Notch: Mojang No Longer "Indie"

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Notch: Mojang No Longer "Indie"

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With 20 million registrations and a paying player base quickly approaching 5 million, it would be a stretch to consider Minecraft the underground indie sensation it once was ... and Notch agrees.

Marcus "Notch" Perrson may have gotten his start as a no-budget programmer, but as Mojang has become more successful, the now famous developer has had to shift priorities, losing the ability to call his company "indie" in the process.

"I don't think [Mojang is] indie in the sense of how I used to work any more," Perrson said during an interview with PC Gamer, "because we have a payroll to worry about and we need to do stuff to ensure the company lasts."

"We have other stuff which influences what we do other than trying to focus on the games. We make sure me and Jakob [Porser] are only focusing on game development, so the founders are still developing. But as a company, I don't think we are indie in the sense that I used to mean it. But in the other sense of indie - as in we make games we want to play without having any external dependencies - then yeah, we're indie."

It may sound as if Notch is simply discussing the semantics of an admittedly loose definition, but he's using the distinction to describe the way an indie developer operates after finding success. Even so, Notch doesn't think the word "indie" still means what it used to, commenting that back in the days of the "garage programmer," indie developers didn't even charge for their creations.

"These days it's become hip to pay for indie games," he said. "That's partly down to people charging for it, like with the Humble Indie Bundle, and partly because of Steam doing awesome stuff.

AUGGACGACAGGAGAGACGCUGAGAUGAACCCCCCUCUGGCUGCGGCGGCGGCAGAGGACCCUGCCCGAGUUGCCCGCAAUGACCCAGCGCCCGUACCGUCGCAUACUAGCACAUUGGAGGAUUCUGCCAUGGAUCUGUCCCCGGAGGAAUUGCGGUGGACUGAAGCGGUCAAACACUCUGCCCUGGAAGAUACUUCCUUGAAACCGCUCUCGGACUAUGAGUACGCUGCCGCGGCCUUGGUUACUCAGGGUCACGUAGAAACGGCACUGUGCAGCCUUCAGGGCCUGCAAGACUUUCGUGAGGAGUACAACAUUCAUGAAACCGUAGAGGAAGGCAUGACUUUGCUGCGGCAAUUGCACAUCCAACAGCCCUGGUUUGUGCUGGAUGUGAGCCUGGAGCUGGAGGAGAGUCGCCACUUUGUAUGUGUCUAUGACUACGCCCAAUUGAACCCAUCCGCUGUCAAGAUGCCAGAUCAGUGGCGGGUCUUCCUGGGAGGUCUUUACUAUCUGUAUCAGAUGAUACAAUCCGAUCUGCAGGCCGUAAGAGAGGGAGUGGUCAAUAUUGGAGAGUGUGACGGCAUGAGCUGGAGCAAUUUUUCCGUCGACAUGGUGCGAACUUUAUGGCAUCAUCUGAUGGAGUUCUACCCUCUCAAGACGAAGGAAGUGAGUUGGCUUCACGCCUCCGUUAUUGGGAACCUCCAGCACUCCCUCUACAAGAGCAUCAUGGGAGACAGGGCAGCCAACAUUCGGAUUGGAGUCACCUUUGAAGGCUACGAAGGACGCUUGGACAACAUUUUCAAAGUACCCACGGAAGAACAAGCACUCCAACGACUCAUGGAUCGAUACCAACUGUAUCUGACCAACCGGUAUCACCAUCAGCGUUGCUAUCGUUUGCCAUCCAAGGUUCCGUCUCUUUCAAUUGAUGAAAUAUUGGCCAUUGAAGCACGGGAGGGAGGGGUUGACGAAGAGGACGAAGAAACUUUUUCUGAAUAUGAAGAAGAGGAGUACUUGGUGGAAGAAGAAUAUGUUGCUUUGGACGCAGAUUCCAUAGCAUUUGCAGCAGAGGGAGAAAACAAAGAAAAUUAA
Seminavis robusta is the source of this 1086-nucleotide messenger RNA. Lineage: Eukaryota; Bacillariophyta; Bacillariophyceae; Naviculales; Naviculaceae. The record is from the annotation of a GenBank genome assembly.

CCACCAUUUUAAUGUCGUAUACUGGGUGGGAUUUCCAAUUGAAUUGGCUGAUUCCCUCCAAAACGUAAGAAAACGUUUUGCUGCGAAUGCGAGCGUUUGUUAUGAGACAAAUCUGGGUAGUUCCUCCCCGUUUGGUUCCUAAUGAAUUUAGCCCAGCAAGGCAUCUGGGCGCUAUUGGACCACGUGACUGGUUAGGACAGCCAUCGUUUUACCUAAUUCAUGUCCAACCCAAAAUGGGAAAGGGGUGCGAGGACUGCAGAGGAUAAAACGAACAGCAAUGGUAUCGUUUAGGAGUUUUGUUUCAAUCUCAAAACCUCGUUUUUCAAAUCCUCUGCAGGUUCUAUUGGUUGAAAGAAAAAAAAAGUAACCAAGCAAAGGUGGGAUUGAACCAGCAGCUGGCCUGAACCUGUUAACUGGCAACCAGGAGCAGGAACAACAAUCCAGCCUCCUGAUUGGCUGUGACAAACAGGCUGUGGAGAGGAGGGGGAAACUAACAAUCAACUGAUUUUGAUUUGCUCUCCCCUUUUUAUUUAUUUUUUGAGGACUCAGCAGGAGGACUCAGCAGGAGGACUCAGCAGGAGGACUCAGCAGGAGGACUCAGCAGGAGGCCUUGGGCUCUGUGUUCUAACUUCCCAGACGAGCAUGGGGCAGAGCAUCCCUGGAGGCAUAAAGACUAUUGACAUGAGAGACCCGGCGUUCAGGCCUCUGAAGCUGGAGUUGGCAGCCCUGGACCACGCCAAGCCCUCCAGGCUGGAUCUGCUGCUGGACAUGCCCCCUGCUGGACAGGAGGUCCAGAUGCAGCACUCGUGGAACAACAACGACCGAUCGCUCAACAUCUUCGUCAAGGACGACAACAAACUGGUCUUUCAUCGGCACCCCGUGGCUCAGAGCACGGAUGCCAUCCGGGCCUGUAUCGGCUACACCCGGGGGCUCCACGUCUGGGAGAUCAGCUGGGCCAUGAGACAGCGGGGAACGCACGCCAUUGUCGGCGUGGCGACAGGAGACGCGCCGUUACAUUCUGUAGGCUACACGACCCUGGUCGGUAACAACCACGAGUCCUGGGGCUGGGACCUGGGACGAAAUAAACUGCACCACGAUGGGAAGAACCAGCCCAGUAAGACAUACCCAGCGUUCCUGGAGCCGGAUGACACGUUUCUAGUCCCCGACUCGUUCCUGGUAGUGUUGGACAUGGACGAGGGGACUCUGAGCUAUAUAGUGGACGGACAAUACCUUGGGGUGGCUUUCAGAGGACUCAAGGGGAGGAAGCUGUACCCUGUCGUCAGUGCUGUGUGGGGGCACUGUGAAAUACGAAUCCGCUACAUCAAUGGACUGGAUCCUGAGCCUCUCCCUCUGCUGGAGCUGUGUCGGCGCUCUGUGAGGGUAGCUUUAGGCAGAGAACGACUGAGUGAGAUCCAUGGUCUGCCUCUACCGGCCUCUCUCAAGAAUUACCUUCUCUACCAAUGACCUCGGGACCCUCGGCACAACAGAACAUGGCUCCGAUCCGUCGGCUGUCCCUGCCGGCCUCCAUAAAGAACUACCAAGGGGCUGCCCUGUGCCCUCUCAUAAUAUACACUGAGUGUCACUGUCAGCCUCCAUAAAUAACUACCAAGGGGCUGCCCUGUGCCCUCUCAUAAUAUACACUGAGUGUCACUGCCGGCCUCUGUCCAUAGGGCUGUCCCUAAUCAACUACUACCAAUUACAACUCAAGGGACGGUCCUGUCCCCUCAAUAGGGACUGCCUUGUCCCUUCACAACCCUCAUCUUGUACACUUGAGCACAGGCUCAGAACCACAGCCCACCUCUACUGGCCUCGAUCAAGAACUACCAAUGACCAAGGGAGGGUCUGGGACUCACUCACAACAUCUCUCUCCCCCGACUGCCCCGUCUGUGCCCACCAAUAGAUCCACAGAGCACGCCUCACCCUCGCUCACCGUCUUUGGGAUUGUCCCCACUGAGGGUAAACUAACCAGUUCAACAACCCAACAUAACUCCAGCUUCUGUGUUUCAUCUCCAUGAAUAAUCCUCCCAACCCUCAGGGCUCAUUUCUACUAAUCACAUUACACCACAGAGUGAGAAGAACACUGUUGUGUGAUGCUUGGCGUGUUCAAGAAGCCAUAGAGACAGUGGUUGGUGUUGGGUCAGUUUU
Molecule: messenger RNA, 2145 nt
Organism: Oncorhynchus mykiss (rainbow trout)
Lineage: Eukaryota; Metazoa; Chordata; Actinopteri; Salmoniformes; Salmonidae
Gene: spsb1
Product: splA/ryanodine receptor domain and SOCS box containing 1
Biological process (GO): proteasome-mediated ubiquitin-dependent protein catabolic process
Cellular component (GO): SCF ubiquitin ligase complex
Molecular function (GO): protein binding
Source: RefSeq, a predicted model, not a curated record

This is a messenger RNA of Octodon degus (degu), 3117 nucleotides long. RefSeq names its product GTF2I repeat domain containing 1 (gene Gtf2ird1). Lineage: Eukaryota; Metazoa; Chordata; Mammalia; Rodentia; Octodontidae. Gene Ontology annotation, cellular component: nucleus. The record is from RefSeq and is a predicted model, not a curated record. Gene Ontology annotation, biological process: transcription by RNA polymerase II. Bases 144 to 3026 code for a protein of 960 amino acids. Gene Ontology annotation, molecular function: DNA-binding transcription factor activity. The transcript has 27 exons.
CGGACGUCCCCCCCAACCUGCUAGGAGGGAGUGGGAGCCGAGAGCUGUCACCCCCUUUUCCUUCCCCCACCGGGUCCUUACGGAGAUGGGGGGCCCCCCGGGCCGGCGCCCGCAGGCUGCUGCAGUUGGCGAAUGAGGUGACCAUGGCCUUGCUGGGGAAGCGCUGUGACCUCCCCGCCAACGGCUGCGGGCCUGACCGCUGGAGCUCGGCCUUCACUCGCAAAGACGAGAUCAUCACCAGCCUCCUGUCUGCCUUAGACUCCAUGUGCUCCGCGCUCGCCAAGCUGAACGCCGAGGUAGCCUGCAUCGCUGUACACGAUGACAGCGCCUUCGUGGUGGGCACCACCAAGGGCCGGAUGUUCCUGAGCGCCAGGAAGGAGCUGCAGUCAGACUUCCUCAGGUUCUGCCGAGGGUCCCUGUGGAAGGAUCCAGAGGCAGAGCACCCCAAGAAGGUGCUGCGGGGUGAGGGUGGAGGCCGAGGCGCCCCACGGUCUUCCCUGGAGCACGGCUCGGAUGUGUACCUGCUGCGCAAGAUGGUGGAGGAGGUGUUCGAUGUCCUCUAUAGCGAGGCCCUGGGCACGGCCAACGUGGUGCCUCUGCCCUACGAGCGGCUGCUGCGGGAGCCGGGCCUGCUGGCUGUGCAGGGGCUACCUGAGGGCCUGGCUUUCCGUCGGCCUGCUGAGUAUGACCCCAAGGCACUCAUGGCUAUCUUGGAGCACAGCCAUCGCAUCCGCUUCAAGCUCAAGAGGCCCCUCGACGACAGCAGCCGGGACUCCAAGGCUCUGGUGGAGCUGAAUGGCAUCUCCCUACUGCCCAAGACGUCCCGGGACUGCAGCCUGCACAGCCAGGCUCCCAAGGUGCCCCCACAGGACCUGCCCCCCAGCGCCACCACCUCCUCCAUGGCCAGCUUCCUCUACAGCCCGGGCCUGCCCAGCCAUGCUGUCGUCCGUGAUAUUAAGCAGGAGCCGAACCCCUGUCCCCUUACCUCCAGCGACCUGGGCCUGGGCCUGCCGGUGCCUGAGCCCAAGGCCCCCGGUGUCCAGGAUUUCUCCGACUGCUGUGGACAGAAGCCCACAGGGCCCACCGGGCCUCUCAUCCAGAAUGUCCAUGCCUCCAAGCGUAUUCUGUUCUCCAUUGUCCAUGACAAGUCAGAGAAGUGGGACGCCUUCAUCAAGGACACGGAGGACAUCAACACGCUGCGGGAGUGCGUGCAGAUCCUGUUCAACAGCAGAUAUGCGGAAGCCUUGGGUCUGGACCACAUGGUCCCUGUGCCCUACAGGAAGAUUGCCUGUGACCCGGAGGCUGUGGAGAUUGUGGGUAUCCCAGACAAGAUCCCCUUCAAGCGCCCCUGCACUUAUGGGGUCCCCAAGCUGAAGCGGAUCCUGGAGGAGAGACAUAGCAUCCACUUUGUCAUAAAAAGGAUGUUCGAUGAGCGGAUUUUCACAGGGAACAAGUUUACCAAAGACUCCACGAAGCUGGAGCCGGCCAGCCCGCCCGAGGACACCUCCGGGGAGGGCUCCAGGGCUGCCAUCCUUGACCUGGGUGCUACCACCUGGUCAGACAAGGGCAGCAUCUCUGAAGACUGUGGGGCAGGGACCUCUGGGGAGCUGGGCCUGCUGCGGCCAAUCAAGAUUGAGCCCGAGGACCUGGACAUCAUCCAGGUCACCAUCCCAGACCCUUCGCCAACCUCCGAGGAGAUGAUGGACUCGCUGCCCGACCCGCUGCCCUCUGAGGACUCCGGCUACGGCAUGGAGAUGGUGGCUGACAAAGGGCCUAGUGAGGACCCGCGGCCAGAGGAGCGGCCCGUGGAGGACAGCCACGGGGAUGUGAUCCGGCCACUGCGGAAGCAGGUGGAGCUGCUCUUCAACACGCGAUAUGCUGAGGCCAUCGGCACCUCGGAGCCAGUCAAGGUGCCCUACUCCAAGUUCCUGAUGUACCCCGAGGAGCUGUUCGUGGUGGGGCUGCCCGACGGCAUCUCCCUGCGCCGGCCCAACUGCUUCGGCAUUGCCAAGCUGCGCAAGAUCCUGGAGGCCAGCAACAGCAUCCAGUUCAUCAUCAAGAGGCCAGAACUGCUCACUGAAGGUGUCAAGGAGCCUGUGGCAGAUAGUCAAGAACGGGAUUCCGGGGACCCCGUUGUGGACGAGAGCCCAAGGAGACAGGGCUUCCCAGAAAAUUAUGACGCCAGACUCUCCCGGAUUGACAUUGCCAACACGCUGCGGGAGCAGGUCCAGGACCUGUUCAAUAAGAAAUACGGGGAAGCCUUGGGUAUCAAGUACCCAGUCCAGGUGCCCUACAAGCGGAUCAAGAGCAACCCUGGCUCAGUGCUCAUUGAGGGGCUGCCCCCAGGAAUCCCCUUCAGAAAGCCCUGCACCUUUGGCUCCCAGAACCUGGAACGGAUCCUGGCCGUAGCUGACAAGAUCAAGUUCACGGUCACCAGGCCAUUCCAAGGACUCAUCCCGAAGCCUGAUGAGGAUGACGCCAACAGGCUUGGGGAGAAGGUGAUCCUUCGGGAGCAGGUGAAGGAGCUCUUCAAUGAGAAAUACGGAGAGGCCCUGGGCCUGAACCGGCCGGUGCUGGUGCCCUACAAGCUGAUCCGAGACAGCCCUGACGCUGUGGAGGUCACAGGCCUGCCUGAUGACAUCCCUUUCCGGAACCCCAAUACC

"[Being indie is] much easier these days, but there's still no guarantee you'll make a profit. If you're doing it out of passion and just want to get some money back, it's definitely doable."

While I doubt that it would be easy for any programmer, regardless of his or her skill, to duplicate the success of Minecraft on a whim, Notch has proven (or at the very least, helped to prove) a model in which a passionate creative with a good idea can actually succeed in a market flooded with multi-million dollar development and marketing budgets. Times may have changed, but independent developers actually getting paid for their work when their work is worthwhile seems a step in the right direction.

Source: PC Gamer

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I've always wondered what most people considered 'indie.' Is it mainly working without some financial backing, without a publisher, or is it just being 'a small group working on something.'

Either way, I suppose it doesn't matter in the end. The way Notch seems to define means that he isn't indie anymore, which... oh well. Being 'indie' does make a difference as long as the game is good.

Indie = Independent I thought it meant independent on a publisher.